Some critics say that Ansible does not do enough to warrant its deployment in an enterprise. The initial deployment to the managed nodes is less than what Puppet and Chef require. Even minionless deployments of SaltStack require more configuration work than Ansible. In this post, we want to demonstrate an advantage of adopting Ansible related to the first deployment. When using passwordless SSH authentication, the great benefit is the lack of a prompt. But experienced I.T. professionals know that there is an initial prompt -- not for a password, but to confirm the fingerprint of the remote host. This prompt can be an ECDSA or RSA prompt. When a user enters yes, the hostname or IP address and MAC address are all inserted into a known_hosts file (in the /root/.ssh/ location on CentOS/RHEL). Thereafter authentication to the remote server is without prompts (for both passwords and for server "fingerprints").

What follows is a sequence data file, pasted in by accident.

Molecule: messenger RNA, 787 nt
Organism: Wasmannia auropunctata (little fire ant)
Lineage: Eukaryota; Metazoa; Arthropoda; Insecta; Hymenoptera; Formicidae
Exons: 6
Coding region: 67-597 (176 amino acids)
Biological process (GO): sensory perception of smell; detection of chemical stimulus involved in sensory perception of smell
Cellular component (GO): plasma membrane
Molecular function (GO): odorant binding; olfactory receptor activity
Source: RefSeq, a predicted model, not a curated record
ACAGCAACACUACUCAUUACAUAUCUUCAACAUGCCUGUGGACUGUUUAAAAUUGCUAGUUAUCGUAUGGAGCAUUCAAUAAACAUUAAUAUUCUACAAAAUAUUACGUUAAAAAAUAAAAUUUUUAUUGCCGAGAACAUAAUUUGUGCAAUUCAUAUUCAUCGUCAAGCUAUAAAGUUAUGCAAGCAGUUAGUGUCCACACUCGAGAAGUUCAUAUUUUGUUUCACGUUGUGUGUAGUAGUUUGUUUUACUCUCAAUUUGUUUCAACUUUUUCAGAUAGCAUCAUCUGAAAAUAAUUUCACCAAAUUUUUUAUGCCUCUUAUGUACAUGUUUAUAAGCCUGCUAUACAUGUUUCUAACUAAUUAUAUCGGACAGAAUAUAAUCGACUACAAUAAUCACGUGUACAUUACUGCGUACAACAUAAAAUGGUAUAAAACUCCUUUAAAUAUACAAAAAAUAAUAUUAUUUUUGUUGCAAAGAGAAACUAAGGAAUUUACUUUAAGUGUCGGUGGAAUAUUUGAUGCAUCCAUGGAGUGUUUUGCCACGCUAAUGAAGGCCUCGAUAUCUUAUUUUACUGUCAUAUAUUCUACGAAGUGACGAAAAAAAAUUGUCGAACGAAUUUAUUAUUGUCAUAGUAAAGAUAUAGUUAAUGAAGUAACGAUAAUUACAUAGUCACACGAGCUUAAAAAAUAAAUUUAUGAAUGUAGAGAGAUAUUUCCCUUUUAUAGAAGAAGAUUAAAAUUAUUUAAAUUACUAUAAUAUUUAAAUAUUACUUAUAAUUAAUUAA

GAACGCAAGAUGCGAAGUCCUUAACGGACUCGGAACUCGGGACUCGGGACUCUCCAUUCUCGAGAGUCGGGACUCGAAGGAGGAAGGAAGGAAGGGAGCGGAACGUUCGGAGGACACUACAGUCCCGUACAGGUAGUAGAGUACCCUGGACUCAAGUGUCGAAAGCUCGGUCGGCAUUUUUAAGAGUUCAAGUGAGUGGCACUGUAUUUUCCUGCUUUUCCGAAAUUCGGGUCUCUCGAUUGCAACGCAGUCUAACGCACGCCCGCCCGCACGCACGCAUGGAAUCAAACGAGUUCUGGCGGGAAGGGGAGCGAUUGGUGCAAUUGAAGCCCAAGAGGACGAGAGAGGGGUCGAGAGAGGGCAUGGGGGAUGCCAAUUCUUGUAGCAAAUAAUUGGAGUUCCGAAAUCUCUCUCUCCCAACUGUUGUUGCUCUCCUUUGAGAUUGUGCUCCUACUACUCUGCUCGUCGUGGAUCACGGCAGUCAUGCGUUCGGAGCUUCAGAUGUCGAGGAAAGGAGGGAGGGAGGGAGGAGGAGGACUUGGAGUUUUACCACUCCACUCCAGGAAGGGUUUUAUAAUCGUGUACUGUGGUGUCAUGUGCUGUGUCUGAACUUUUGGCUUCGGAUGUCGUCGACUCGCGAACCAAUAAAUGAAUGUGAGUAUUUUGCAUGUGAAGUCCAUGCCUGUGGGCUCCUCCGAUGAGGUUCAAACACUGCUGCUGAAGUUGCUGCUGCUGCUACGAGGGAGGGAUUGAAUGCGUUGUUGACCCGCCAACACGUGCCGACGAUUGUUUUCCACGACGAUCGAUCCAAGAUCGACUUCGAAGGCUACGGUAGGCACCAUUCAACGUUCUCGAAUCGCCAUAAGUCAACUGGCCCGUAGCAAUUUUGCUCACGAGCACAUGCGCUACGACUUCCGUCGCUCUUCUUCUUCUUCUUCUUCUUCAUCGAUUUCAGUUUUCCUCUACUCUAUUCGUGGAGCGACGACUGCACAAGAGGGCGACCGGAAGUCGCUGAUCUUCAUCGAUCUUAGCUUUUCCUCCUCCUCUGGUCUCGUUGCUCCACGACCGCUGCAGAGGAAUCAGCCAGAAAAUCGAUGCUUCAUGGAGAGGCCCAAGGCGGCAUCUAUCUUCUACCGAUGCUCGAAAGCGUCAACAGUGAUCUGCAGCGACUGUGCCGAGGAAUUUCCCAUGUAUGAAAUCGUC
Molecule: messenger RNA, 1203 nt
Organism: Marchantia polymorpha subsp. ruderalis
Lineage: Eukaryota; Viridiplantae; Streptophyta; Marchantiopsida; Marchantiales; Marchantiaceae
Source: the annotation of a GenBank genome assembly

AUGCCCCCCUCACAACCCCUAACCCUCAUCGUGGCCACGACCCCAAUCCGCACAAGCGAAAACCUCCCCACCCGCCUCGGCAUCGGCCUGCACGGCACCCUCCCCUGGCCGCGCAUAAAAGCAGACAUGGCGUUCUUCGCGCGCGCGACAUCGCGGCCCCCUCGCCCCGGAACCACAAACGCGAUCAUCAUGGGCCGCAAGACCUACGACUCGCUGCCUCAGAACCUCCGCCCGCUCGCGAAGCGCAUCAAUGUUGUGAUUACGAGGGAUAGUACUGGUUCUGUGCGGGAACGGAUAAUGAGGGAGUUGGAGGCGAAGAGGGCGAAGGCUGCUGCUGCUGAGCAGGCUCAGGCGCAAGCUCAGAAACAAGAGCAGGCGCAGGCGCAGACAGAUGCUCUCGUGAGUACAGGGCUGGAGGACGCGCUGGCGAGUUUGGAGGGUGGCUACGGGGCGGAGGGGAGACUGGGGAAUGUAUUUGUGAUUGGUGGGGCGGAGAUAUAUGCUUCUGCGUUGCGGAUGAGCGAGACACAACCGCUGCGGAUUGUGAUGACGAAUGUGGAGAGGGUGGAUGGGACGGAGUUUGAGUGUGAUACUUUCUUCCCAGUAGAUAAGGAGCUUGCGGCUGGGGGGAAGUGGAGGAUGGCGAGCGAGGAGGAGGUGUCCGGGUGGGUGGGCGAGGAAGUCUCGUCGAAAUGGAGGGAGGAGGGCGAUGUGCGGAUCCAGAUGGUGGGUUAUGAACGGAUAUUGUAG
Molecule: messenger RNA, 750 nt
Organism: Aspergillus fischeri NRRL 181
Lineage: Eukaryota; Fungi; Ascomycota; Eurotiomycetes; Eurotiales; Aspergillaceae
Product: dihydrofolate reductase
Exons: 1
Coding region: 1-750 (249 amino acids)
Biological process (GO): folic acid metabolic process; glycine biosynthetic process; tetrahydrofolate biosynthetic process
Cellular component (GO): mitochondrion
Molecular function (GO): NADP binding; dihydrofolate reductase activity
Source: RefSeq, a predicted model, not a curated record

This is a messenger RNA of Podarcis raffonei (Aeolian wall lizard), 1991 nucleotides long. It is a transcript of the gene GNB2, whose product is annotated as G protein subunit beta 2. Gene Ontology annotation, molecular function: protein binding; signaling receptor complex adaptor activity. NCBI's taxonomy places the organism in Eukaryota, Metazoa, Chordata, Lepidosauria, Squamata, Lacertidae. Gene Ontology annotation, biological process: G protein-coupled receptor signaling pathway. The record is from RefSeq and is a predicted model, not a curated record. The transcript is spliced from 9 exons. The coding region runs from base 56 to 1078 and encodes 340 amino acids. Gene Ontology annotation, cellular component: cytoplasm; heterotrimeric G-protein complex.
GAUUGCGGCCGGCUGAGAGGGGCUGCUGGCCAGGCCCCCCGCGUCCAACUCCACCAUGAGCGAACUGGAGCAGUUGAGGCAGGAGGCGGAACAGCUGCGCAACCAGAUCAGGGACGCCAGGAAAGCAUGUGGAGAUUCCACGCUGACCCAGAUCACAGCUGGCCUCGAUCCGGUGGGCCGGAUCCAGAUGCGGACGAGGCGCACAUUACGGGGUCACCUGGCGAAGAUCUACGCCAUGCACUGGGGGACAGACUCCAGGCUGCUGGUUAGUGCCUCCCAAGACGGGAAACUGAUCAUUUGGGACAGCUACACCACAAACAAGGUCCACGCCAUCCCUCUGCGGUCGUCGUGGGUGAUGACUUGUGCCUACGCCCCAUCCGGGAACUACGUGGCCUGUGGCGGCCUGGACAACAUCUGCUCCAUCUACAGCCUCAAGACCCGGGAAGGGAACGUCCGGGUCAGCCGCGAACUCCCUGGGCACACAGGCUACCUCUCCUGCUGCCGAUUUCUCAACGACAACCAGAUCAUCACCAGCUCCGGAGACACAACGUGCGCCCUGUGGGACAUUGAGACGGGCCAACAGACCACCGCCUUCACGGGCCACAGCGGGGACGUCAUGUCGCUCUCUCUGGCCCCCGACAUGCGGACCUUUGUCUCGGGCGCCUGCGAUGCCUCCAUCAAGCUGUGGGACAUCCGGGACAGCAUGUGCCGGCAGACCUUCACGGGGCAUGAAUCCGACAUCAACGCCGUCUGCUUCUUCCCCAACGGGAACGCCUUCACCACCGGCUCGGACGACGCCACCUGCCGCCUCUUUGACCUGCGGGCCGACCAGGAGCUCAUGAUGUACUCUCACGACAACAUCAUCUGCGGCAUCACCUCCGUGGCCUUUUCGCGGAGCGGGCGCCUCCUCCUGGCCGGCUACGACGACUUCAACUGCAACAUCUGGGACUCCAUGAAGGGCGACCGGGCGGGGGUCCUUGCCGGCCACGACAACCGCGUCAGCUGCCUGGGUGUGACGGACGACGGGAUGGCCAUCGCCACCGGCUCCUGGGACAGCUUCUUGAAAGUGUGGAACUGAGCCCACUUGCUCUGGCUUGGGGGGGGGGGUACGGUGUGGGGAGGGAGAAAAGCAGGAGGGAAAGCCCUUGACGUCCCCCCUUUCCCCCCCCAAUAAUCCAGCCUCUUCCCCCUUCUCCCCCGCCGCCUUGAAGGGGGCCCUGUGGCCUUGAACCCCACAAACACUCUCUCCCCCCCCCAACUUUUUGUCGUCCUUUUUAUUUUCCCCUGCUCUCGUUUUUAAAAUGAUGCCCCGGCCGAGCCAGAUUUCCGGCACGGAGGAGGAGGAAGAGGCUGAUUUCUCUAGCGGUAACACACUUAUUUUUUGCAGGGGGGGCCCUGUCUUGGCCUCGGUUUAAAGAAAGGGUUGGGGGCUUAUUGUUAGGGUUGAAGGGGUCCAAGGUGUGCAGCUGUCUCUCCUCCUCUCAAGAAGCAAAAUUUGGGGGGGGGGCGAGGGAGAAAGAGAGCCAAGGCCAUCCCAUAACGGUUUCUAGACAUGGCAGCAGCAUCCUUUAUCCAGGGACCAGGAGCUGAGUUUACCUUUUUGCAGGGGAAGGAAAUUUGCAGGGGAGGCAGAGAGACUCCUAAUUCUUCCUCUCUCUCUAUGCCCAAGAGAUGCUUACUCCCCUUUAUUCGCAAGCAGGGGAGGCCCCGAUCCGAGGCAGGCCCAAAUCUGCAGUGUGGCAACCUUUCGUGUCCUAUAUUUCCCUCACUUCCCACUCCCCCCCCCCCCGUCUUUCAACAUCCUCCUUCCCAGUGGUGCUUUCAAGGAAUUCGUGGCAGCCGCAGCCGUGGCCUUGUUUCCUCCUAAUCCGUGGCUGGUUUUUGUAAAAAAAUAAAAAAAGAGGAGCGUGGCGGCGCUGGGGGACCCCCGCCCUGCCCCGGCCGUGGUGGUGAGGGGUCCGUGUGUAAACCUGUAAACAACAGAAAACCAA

This initial prompt may seem small, but for the types of tasks that Ansible is completing (e.g., pushing down configuration changes to hundreds of servers), it can be burdensome. The way to leverage Ansible and not be prompted when running a playbook against servers that have never had an SSH session from the Ansible server to the managed node, is to use these steps on the Ansible server:
find . -name ansible.cfg #this way you will find the example template
cp -i ansible.cfg /etc/ansible/ansible.cfg
#find the [defaults] section, make sure this stanza appears and is not commented out:
host_key_checking = False
#save the file
Now playbooks can run against managed nodes without ever being prompted for an interactive "yes." This configuration file is great because for non-Ansible tasks, the /etc/ssh/sshd_config file does not need to be modified. StrictHostChecking can still be enabled for other SSH tasks. Beware that the known_hosts file will be updated with the servers that Ansible's playbooks affect (so this pure Ansible file does have broader implications to the server). This known_hosts file can be deleted for security reasons. For experienced bash and Python users, Ansible's learning curve is not steep.